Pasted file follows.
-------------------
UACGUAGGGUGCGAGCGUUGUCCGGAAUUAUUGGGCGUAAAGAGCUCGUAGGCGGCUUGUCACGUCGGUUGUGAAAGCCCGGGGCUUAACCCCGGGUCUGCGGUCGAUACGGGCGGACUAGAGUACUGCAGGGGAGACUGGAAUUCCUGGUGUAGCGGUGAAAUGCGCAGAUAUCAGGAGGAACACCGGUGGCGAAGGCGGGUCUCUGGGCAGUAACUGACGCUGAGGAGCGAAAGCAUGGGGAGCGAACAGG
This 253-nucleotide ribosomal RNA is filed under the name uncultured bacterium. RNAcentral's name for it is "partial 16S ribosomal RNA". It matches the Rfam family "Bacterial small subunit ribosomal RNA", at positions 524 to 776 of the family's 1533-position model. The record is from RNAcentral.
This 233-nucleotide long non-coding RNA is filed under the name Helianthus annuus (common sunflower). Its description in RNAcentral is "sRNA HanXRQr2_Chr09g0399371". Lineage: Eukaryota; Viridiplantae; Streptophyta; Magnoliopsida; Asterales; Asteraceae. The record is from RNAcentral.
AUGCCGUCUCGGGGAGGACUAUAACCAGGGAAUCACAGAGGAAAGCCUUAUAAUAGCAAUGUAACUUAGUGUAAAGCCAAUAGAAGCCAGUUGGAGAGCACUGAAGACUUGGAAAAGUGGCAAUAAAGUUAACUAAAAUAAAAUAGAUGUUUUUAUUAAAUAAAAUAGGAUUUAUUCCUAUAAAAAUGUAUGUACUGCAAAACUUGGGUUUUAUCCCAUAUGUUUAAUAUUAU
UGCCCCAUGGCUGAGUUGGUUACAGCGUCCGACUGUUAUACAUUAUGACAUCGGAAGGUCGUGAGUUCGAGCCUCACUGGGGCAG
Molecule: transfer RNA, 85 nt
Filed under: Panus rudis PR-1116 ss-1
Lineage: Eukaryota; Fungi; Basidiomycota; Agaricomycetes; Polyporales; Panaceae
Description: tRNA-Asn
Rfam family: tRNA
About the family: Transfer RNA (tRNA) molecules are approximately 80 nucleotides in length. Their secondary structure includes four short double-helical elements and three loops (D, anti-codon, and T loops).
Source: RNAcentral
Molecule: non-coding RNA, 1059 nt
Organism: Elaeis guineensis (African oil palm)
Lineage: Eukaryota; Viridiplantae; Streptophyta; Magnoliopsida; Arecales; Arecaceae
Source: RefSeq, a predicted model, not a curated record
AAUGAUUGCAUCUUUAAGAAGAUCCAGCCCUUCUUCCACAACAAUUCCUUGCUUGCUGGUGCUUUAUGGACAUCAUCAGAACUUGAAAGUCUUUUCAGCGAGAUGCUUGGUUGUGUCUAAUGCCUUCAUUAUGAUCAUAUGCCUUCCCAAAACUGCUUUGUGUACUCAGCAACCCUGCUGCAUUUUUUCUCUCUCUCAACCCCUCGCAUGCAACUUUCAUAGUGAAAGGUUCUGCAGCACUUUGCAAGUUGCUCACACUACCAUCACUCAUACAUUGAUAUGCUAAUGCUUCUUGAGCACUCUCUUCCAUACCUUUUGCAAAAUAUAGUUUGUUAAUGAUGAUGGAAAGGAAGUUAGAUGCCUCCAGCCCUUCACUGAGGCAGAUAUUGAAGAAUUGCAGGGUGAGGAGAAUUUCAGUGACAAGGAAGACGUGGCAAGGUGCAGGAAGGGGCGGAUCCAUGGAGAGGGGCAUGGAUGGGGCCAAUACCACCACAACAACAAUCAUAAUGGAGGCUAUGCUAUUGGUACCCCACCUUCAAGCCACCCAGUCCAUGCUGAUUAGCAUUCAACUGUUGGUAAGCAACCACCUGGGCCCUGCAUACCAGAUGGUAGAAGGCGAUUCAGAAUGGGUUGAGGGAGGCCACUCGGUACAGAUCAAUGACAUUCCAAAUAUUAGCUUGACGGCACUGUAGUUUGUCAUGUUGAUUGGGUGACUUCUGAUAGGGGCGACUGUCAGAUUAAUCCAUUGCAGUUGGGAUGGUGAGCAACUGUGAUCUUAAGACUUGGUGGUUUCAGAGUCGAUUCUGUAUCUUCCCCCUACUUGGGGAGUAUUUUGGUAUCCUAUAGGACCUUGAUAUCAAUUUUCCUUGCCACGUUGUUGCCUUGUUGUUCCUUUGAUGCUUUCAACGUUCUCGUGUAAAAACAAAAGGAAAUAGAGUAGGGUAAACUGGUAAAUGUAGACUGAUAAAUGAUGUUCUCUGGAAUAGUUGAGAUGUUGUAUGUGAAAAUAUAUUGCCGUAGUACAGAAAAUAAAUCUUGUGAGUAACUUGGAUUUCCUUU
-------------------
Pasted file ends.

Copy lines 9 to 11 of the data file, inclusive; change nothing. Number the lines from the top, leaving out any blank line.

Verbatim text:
Description: tRNA-Asn
Rfam family: tRNA
About the family: Transfer RNA (tRNA) molecules are approximately 80 nucleotides in length. Their secondary structure includes four short double-helical elements and three loops (D, anti-codon, and T loops).